Bradley Manning came face-to-face with the monstrous horrors of the wars the U.S. was waging and the routine cover-up of these atrocities. As he said at a court appearance in February, "I believe that if the general public had access to the information, this could spark a domestic debate as to the role of the military and foreign policy in general. ...I felt I accomplished something that would allow me to have a clear conscience."

Hundreds of people rallied at Fort Meade in support of Bradley Manning at the beginning of his trial. Other events are being held across the world this week. An "I Am Bradley Manning" video challenges viewers to ask themselves what they would do if they had been in Manning's position, and to act in support of him now. Among the people it features are Alice Walker, Moby, Wallace Shawn, Maggie Gyllenhall, and Oliver Stone.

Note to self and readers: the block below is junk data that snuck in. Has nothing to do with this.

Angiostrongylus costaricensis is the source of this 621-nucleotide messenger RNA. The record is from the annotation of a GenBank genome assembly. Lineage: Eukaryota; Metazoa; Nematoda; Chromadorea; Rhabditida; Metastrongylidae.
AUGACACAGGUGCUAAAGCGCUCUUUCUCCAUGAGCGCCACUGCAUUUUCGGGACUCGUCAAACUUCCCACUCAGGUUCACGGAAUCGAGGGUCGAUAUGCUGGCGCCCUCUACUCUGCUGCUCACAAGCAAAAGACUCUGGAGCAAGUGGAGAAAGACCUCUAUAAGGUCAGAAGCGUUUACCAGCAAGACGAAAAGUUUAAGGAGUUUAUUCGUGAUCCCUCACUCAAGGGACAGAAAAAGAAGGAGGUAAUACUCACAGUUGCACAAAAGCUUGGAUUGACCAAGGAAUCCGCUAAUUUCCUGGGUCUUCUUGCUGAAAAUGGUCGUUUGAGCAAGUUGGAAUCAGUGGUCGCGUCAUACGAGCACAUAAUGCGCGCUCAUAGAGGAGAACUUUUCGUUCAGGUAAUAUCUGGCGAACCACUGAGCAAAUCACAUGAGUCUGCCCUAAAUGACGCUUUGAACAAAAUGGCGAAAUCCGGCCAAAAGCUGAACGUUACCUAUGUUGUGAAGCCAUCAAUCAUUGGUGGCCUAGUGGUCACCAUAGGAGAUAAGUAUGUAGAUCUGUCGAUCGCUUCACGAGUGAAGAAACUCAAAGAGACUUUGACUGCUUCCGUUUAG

Debra Sweet, national director of World Can't Wait, told a reporter at the Fort Meade rally, "He [Manning] has given us a look inside the way this government bullies and pushes around whole countries, the way it has treated the Guantánamo prisoners, the way its treated other prisoners of war ... What is it that your government's doing? Torturing people! He said, I did this because I thought if regular people knew what their government was doing it would start a conversation."

Lawyers say the trial of Bradley Manning may last from 6 to 12 weeks. This "conversation"—and the fight to free Bradley Manning and to oppose the wars and atrocities he exposed—must continue and deepen. Revolution will have further coverage of this important trial as it develops.